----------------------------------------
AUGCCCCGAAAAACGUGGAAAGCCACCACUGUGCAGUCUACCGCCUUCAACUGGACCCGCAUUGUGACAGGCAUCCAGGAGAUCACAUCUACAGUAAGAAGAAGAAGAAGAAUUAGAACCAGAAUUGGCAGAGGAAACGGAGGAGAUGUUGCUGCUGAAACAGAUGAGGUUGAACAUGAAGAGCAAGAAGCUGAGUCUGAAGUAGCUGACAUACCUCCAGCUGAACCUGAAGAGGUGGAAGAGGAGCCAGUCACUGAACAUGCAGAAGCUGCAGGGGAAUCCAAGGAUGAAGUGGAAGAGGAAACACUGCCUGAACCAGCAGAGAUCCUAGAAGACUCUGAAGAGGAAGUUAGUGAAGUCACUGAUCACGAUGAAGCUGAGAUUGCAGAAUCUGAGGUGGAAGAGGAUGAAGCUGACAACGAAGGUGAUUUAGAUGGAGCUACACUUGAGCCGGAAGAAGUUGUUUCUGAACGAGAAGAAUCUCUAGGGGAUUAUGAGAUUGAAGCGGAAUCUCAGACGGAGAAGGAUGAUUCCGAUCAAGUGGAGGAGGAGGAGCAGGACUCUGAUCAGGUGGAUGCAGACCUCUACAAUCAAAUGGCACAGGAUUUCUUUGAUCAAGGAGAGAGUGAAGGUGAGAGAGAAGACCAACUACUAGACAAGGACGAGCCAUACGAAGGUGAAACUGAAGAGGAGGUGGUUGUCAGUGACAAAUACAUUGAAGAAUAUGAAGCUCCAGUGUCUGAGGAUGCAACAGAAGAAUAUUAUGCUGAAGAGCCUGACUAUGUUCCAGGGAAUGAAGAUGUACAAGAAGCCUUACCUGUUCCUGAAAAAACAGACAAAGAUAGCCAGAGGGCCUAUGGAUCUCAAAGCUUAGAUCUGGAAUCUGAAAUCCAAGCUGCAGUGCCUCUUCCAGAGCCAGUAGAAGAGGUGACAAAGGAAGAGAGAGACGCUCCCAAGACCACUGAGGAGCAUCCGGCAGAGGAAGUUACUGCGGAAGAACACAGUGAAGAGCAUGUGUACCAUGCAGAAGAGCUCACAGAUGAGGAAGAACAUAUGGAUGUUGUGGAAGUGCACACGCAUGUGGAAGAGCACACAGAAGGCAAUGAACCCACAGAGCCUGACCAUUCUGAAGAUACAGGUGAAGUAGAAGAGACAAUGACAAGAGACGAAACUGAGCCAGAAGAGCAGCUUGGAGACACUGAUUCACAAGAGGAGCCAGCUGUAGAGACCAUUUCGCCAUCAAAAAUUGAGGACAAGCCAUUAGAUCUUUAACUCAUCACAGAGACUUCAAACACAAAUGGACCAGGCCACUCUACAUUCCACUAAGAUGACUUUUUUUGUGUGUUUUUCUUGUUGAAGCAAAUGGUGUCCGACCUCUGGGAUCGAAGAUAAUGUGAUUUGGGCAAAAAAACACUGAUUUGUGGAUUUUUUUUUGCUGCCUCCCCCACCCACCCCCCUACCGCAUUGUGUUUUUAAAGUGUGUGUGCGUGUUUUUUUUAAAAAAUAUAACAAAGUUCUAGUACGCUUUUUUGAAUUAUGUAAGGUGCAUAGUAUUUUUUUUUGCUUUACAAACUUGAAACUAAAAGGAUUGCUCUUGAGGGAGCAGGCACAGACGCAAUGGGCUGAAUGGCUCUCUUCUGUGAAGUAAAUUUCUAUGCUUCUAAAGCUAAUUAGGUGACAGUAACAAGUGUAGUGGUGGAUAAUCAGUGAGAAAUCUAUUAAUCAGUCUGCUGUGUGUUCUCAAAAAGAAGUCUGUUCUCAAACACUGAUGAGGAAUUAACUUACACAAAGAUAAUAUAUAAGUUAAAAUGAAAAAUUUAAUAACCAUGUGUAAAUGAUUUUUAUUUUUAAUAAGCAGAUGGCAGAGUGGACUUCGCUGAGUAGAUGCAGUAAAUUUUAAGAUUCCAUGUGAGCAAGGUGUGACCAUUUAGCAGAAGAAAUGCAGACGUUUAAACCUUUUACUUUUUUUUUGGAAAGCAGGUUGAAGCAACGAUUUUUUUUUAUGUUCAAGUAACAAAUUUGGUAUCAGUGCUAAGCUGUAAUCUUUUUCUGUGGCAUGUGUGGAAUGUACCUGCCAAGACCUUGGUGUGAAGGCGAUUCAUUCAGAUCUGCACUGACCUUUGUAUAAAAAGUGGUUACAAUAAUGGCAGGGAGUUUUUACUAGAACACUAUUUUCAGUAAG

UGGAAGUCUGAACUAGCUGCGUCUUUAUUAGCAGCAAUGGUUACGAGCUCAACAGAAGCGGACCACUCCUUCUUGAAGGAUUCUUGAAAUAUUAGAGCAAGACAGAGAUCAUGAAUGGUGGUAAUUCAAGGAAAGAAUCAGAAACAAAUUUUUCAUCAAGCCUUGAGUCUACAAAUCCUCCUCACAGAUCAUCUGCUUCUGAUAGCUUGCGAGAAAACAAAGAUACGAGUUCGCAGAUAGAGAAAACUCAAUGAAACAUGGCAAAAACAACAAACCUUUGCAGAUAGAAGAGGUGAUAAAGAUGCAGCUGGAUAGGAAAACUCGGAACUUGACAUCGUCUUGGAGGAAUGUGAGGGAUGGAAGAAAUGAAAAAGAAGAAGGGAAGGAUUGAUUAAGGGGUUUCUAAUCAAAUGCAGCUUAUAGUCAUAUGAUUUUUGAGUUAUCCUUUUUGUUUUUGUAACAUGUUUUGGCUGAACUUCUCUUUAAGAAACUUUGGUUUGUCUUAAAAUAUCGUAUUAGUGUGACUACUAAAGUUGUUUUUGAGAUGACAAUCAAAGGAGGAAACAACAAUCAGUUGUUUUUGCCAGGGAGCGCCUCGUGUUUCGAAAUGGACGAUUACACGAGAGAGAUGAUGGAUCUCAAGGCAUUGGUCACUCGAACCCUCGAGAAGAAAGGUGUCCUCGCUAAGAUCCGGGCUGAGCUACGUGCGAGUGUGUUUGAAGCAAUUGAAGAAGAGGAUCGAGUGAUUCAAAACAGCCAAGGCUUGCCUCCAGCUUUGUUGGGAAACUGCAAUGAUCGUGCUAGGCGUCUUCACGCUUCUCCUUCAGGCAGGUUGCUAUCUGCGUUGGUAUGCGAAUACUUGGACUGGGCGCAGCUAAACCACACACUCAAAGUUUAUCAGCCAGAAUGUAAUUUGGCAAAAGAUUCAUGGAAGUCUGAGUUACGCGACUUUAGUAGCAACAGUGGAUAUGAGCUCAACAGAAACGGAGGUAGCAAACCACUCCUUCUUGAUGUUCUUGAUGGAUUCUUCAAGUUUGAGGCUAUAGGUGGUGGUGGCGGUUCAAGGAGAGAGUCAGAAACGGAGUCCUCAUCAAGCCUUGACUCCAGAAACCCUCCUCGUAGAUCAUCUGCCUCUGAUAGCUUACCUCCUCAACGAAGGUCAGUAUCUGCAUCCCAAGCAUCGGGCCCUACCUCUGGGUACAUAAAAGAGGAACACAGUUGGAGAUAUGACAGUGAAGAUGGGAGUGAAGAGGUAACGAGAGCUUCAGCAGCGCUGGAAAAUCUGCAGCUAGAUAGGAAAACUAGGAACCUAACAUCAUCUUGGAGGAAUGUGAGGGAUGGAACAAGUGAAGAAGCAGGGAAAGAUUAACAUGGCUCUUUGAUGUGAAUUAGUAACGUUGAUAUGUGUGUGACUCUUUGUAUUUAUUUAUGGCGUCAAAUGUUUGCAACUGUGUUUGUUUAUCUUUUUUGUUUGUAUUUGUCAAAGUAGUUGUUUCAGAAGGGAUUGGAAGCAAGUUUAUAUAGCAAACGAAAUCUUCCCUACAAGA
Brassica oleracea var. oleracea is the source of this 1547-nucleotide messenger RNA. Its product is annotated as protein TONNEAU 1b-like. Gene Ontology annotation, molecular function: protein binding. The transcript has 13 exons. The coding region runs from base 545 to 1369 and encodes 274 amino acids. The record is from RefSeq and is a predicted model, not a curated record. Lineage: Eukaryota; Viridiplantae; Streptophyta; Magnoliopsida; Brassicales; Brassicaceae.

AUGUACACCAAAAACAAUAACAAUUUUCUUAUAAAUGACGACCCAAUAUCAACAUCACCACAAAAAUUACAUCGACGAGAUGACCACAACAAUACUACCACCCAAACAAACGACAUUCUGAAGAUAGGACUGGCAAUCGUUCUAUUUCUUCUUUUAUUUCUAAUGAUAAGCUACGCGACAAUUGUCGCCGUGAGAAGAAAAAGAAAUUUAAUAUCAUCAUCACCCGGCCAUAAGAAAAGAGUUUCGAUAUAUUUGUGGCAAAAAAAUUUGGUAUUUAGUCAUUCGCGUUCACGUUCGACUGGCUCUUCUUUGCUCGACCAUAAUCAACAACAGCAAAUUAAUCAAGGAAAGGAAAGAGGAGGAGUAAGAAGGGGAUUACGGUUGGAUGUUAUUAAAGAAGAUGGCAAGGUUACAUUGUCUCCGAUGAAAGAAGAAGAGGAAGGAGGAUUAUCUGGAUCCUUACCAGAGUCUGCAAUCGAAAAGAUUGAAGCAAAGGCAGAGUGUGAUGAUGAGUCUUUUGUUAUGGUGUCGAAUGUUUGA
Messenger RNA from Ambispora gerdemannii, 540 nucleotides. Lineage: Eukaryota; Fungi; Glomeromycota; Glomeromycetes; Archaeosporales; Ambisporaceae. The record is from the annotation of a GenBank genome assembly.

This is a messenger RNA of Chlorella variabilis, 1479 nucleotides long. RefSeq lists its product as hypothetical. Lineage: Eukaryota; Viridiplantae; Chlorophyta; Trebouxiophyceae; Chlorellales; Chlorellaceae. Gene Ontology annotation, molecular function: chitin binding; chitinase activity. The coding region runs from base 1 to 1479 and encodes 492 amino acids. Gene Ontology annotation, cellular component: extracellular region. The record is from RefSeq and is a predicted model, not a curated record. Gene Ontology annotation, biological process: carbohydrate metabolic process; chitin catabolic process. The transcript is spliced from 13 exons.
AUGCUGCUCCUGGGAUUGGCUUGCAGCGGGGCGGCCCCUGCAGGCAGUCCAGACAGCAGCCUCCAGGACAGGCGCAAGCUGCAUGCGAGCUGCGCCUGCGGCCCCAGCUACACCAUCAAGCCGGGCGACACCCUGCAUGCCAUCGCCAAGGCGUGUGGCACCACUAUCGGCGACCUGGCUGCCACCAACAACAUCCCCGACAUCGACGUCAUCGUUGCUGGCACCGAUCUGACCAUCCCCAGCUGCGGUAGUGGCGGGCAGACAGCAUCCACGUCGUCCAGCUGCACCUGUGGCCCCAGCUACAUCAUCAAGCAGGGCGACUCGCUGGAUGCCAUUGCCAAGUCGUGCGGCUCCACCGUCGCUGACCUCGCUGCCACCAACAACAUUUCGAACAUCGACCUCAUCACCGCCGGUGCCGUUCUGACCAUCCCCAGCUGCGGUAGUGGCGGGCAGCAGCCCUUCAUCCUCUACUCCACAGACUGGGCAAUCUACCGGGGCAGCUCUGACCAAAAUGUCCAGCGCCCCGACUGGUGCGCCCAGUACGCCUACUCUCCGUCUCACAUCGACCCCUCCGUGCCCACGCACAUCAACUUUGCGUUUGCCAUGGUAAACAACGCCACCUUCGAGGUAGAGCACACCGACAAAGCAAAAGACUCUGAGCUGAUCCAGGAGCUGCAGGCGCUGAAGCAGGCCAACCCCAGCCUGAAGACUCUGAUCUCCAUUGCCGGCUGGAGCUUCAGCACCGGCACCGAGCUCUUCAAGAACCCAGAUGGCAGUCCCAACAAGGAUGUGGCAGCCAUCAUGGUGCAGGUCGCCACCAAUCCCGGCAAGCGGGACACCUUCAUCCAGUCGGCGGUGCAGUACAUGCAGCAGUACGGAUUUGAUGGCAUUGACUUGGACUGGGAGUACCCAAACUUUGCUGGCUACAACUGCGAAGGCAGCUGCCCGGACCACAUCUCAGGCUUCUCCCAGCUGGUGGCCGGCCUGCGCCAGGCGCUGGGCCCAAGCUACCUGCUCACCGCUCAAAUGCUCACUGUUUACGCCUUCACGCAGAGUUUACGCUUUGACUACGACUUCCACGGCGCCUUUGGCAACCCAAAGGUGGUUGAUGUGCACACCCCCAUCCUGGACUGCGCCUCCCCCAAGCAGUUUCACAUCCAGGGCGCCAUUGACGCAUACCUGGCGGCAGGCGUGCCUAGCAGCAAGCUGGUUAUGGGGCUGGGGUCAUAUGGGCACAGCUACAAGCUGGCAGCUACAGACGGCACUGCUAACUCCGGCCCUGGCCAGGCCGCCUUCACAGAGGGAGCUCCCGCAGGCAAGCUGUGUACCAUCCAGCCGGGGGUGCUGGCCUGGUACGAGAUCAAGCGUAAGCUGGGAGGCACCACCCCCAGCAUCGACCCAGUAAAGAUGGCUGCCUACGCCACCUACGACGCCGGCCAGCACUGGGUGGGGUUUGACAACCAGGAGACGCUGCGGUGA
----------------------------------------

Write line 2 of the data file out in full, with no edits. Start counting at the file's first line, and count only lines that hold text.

UGGAAGUCUGAACUAGCUGCGUCUUUAUUAGCAGCAAUGGUUACGAGCUCAACAGAAGCGGACCACUCCUUCUUGAAGGAUUCUUGAAAUAUUAGAGCAAGACAGAGAUCAUGAAUGGUGGUAAUUCAAGGAAAGAAUCAGAAACAAAUUUUUCAUCAAGCCUUGAGUCUACAAAUCCUCCUCACAGAUCAUCUGCUUCUGAUAGCUUGCGAGAAAACAAAGAUACGAGUUCGCAGAUAGAGAAAACUCAAUGAAACAUGGCAAAAACAACAAACCUUUGCAGAUAGAAGAGGUGAUAAAGAUGCAGCUGGAUAGGAAAACUCGGAACUUGACAUCGUCUUGGAGGAAUGUGAGGGAUGGAAGAAAUGAAAAAGAAGAAGGGAAGGAUUGAUUAAGGGGUUUCUAAUCAAAUGCAGCUUAUAGUCAUAUGAUUUUUGAGUUAUCCUUUUUGUUUUUGUAACAUGUUUUGGCUGAACUUCUCUUUAAGAAACUUUGGUUUGUCUUAAAAUAUCGUAUUAGUGUGACUACUAAAGUUGUUUUUGAGAUGACAAUCAAAGGAGGAAACAACAAUCAGUUGUUUUUGCCAGGGAGCGCCUCGUGUUUCGAAAUGGACGAUUACACGAGAGAGAUGAUGGAUCUCAAGGCAUUGGUCACUCGAACCCUCGAGAAGAAAGGUGUCCUCGCUAAGAUCCGGGCUGAGCUACGUGCGAGUGUGUUUGAAGCAAUUGAAGAAGAGGAUCGAGUGAUUCAAAACAGCCAAGGCUUGCCUCCAGCUUUGUUGGGAAACUGCAAUGAUCGUGCUAGGCGUCUUCACGCUUCUCCUUCAGGCAGGUUGCUAUCUGCGUUGGUAUGCGAAUACUUGGACUGGGCGCAGCUAAACCACACACUCAAAGUUUAUCAGCCAGAAUGUAAUUUGGCAAAAGAUUCAUGGAAGUCUGAGUUACGCGACUUUAGUAGCAACAGUGGAUAUGAGCUCAACAGAAACGGAGGUAGCAAACCACUCCUUCUUGAUGUUCUUGAUGGAUUCUUCAAGUUUGAGGCUAUAGGUGGUGGUGGCGGUUCAAGGAGAGAGUCAGAAACGGAGUCCUCAUCAAGCCUUGACUCCAGAAACCCUCCUCGUAGAUCAUCUGCCUCUGAUAGCUUACCUCCUCAACGAAGGUCAGUAUCUGCAUCCCAAGCAUCGGGCCCUACCUCUGGGUACAUAAAAGAGGAACACAGUUGGAGAUAUGACAGUGAAGAUGGGAGUGAAGAGGUAACGAGAGCUUCAGCAGCGCUGGAAAAUCUGCAGCUAGAUAGGAAAACUAGGAACCUAACAUCAUCUUGGAGGAAUGUGAGGGAUGGAACAAGUGAAGAAGCAGGGAAAGAUUAACAUGGCUCUUUGAUGUGAAUUAGUAACGUUGAUAUGUGUGUGACUCUUUGUAUUUAUUUAUGGCGUCAAAUGUUUGCAACUGUGUUUGUUUAUCUUUUUUGUUUGUAUUUGUCAAAGUAGUUGUUUCAGAAGGGAUUGGAAGCAAGUUUAUAUAGCAAACGAAAUCUUCCCUACAAGA